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Zombies and Why Christians are Sometimes Like Them

September 22, 2014

It has been a while now that I have been waiting for the cultural fascination with zombies to fade; or at least to fade a little.  But no, it seems to still go on.  I’ve been pondering why this is so for a long time.  I’m not sure exactly when it will end.

Sure, we’ve also been fascinated with vampires but that is somehow different.  Just look at the books and movies about the two groups.  Vampires are almost always portrayed as the good guys.  At least some of them are.  There are usually bad vampires around too but they are almost invariably defeated by good-guy vampires.  There are no good-guy zombies however.  Yet they keep being the focus of movies, TV series’, books and even online discussion groups.

The essence of the zombie fascination seems to be focused on our need to fight them.  Zombie hunters and the like are almost always the heroes.  Even in stories where the zombies are winning there is always a heroic band of beleaguered zombie fighters.

Christians don’t seem immune to this trend.  Indeed you can find books like The Amish vs The Zombies on Amazon.  In fact, one of the discussion groups I mentioned above has a serious ongoing thread speculating on whether the Amish would survive in zombie America.  Could it be that we Christians find zombies just as creepily fascinating at the secular world?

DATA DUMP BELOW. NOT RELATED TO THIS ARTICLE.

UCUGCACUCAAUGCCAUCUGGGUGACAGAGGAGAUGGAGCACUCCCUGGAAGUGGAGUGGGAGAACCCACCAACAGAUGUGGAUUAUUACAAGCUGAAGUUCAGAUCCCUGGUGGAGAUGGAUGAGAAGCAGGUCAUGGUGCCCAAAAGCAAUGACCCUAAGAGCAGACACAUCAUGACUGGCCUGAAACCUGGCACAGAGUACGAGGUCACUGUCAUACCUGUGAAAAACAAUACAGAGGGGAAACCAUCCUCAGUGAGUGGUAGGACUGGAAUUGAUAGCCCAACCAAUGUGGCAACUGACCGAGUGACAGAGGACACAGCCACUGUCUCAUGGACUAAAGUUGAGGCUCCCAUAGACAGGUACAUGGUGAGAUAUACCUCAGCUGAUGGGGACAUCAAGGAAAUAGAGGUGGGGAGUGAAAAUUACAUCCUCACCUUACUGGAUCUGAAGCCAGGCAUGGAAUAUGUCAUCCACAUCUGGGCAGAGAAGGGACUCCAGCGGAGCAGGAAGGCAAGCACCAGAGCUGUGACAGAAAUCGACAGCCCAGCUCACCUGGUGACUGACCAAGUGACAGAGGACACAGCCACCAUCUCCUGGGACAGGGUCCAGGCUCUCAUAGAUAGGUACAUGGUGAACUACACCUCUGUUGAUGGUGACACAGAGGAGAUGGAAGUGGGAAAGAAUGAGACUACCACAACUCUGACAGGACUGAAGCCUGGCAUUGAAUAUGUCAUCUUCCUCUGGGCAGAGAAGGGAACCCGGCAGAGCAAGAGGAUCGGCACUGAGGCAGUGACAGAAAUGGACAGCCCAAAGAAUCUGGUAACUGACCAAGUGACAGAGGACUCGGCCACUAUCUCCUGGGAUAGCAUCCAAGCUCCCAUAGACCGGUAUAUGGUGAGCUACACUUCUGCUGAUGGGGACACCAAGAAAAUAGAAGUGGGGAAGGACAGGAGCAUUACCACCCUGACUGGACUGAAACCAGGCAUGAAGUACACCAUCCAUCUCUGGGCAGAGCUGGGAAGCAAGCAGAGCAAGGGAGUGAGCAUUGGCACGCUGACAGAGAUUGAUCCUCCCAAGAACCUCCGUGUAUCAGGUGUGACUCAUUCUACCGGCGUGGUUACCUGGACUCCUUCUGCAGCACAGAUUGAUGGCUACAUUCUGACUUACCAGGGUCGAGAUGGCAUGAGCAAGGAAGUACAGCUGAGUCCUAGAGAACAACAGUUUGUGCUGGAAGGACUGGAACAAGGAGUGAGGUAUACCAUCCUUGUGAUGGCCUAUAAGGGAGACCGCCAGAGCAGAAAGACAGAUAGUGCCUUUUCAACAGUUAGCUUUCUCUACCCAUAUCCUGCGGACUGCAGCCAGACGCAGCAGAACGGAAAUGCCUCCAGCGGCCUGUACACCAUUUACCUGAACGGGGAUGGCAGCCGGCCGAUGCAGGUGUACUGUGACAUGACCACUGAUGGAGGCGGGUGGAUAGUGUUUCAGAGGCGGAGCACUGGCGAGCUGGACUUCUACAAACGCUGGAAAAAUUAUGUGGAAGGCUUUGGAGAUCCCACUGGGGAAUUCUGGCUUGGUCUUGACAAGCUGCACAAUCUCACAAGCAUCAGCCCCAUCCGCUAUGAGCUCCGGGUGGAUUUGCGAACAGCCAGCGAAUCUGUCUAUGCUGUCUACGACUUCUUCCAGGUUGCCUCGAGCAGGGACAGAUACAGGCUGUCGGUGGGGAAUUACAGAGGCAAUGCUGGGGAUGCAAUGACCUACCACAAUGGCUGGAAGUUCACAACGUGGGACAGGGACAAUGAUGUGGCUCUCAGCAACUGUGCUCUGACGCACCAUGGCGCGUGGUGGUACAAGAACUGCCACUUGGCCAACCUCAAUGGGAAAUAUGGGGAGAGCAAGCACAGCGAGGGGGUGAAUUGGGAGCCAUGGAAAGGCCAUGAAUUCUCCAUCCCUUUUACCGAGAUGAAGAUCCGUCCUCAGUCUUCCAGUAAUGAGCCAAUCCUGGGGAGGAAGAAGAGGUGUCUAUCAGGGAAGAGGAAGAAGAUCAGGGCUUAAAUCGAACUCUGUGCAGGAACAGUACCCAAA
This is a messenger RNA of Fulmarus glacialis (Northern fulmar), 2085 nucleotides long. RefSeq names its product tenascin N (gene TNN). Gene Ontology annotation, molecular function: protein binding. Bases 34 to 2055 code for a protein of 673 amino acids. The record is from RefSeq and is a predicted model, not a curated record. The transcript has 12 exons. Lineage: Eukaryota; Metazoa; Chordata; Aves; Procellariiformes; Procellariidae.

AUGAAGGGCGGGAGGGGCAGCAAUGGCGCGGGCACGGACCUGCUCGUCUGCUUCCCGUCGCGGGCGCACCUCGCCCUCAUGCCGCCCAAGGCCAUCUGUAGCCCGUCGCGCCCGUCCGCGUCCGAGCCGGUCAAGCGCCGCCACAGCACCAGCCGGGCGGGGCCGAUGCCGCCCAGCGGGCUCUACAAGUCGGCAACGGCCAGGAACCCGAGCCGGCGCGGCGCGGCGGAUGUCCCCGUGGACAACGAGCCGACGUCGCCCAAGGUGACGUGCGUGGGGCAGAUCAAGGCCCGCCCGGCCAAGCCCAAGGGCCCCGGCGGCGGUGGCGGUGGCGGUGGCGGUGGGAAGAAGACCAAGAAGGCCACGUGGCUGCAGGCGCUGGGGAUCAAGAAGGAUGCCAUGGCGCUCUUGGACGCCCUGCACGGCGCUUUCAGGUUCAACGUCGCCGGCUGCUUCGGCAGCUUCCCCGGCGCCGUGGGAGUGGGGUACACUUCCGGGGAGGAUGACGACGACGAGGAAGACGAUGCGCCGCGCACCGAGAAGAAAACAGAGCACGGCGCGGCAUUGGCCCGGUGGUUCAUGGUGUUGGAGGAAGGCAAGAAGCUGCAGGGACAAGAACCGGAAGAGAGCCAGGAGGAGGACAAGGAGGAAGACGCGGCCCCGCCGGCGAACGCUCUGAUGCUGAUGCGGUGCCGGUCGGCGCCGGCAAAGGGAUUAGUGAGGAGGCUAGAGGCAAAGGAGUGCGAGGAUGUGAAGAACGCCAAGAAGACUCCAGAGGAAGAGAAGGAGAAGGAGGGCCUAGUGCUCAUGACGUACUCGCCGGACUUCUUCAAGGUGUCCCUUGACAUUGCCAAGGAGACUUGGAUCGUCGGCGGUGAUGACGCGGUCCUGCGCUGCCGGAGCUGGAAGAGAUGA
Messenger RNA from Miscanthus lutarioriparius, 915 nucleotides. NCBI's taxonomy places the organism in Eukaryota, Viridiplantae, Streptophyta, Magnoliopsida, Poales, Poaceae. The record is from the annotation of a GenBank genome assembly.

I can’t help but think that this zombie fascination is rooted in the dread that our individualism is at risk.  We fear that our personality, all the things that make us unique, can somehow be destroyed by sinister outside forces leaving us dull, stupid and dead; unable to make choices and driven only by some insatiable drive that is exactly the same as every other zombie.

A lot of the people reading this blog are thoughtful and caring Christians.  Many of them however feel a bit at odds with elements of their own faith, just as I sometimes do.  We feel a steady pressure to look a certain way, act a certain way, hold certain beliefs (many of which are hard to extract from the Bible) and in general conform to an image.  In short, to become like to zombies.  We are to like the same things, oppose the same things, read or watch the same things, not read or watch the same other things, eat the same brains, etc. Perhaps reading my posts, however pitiful they may be, is something of a relief in seeing they are not alone.

So are we like zombies?  Rather than give an answer, I’d like to invite you to Google the phrase “Christian zombies.”  A lot of people seem to think we are.

I’m not sure I have what it takes to be, or even want to be, a zombie fighter, let alone a fighter of Christian zombies.  But I do have this innate desire to not conform to an image, particularly one that seems to be subtly imposed by the church at large.

I’ve always been fascinated by the story in Mark 9 about the transfiguration of Jesus.  Peter sees the transfigured Jesus in clothes so brilliant that “no one on earth could bleach them” them so and he is terrified.  Then he sees Moses and Elijah with him and instantly recognizes them.  He has never seen them but he knows them.  He knows who they are.  I can’t help but think that it is because being Christ-like is exactly the opposite of being a zombie.  We aren’t Christ-like when we are all the same; when we conform to some pre-determined image.  We are like Christ when our love for Him is so strong that the uniqueness of how we have been created shines unmistakably and people see Him in us.  And that is never going to happen when we are all the same.


From → Christianity

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